Mark Hayward's City Matters: Hillside community steps up
Most everyone knows about crowded classrooms, tax-cap budgets and Hooksett's pending flight from city high schools.
Dismal? Of course.
But desperate? Perhaps not. For all the forces working to fray, if not tear apart, the city schools, others are emerging to keep them intact.
Two weeks ago, on a spring-like night, an energized PTO at Hillside Middle School hosted a first-ever fundraising bash that cleared $32,000 - money that will be devoted to technology acquisitions for the school.
The money was raised through ticket sales, sponsorships, auctions of donated goods and services, and a spur-of-the-moment $5,000 donation from a 1968 Hillside graduate.
Organizers said they had hoped to raise $15,000. "The money is an important piece, but the most important piece is the sense of community support, the feeling that the community is behind the school," said Jim O'Connell, the very vocal Manchester schools advocate who has headed the Hillside PTO for three years. "It shows what the community can do when it gets together."
The fundraiser was held at the Derryfield Country Club and drew notables and even some-time adversaries. They included Manchester Mayor Ted Gatsas and Phil Sapienza, a Hillside teacher and one of the leaders in the Manchester teacher's union.
Also on hand: Attorney General Michael Delaney, WMUR meteorologist Mike Haddad, state Rep. Will Infantine and me. The father of a Hillside eighth grader, I've come to accept, even appreciate, the ups and downs of a school that has struggled through teacher arrests, a new principal and teacher losses but also band concerts, field trips and gymnasium-packing graduations.
The event included a tribute to Nancy Gati. A Hillside teacher for the past 31 years, she was involuntarily transferred to another school because of budget cuts. She is the first inductee into the Hillside Hall of Fame, which was announced that night.
Showing up in support of Gati was longtime friend Nick Vailas, a sports-medicine entrepreneur who was a member of Hillside's first graduating class in 1968. Vailas, the founder of Bedford Ambulatory Surgery Center, took the microphone and pledged $5,000.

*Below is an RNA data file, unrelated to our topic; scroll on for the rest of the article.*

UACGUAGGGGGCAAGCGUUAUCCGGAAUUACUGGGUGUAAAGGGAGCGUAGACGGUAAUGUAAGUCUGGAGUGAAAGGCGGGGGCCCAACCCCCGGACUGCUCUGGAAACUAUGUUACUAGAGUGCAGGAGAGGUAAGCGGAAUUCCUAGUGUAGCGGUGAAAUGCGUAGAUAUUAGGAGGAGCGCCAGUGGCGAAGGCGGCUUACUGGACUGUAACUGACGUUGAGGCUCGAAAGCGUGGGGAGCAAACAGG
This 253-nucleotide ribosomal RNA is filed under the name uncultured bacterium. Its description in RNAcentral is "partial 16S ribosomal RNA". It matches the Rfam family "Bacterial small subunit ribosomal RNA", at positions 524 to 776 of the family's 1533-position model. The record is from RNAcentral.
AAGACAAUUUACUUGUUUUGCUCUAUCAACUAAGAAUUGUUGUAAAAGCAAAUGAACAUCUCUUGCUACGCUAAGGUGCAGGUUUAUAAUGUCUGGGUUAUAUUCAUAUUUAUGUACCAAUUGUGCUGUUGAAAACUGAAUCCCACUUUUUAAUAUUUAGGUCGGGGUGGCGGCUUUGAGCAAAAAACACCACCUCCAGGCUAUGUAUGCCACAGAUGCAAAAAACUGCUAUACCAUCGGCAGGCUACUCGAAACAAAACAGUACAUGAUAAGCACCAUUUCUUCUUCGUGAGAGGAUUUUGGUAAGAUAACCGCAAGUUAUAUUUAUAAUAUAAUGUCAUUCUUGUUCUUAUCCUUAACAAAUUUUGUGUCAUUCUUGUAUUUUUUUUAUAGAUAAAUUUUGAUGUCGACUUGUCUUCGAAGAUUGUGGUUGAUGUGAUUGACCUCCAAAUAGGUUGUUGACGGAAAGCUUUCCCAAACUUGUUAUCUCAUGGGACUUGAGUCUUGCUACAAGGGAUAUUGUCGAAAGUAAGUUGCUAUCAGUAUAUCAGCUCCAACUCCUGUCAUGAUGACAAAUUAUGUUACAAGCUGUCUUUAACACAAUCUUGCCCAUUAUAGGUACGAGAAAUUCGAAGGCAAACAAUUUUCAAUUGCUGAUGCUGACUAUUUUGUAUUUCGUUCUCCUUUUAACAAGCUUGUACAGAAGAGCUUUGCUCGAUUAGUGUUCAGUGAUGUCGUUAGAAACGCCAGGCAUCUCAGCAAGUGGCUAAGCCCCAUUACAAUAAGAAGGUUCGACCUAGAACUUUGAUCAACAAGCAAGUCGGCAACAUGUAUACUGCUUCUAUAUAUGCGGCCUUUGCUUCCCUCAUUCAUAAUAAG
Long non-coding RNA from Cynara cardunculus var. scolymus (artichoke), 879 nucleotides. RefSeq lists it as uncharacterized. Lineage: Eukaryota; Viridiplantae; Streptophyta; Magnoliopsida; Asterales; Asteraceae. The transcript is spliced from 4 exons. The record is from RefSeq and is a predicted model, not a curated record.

"I actually had nothing to drink," Vailas said this week. But he said he got caught up in the moment.
"I'm a strong believer in private-public partnerships. We just can't expect taxpayers to foot the bill," he said.
He went on to say that Hillside and Central High School are special places. They reflect the immigrant experience that was present when he and his brothers went through Manchester schools, and they continue to do so, he said.
In a way yes, but in a way, no.
Hillside is second among the four city middle schools in the percentage of students with limited English proficiency - 11 percent last year. But Hillside boasts the lowest percentage - 43 percent - of students who receive free and reduced lunches, an indicator of affluence of student families.
So while the middle school has a good mix of New Americans, it has a healthy share of good-old money.
Could the other middle schools raise as much?
"I don't think it could be replicated throughout the district at that level," Superintendent Thomas Brennan said. He said some school PTOs are at the level of potluck dinners. Most nonprofit organizations with professional staff would be happy to raise $32,000 in a single night, he said.
But Vailas thinks the city's other middle schools could replicate such an event. The business community is generous, said Vailas, noting successful fundraisers for the Boys and Girls Club and CHaD.
"They can't step up until they're asked," he said.
As for O'Connell, he said the important thing is committed parents and teachers. He said the Derryfield event took nearly a year of preparation, and he praised the efforts of those who headed it up: Maureen Hamel and Lisa Walsh. And he gave a nod to principal Brendan McCafferty.
Next, the PTO will meet with teachers and administrators to see how the money can be best spent at Hillside. O'Connell mentioned smart boards and document cameras. Meanwhile, Gatsas has proposed debt-financing for $2.8 million for technology in schools next year.
The money would be spent on iPads, laptops, Wi-Fi expansion, teacher training and intercom systems.
So while $32,000 is just a fraction of such a big number, it represents a down payment, a down payment on community activism, at least at Hillside.
Mark Hayward's City Matters appears Thursdays on the New Hampshire Union Leader and UnionLeader.com. He can be reached at firstname.lastname@example.org.
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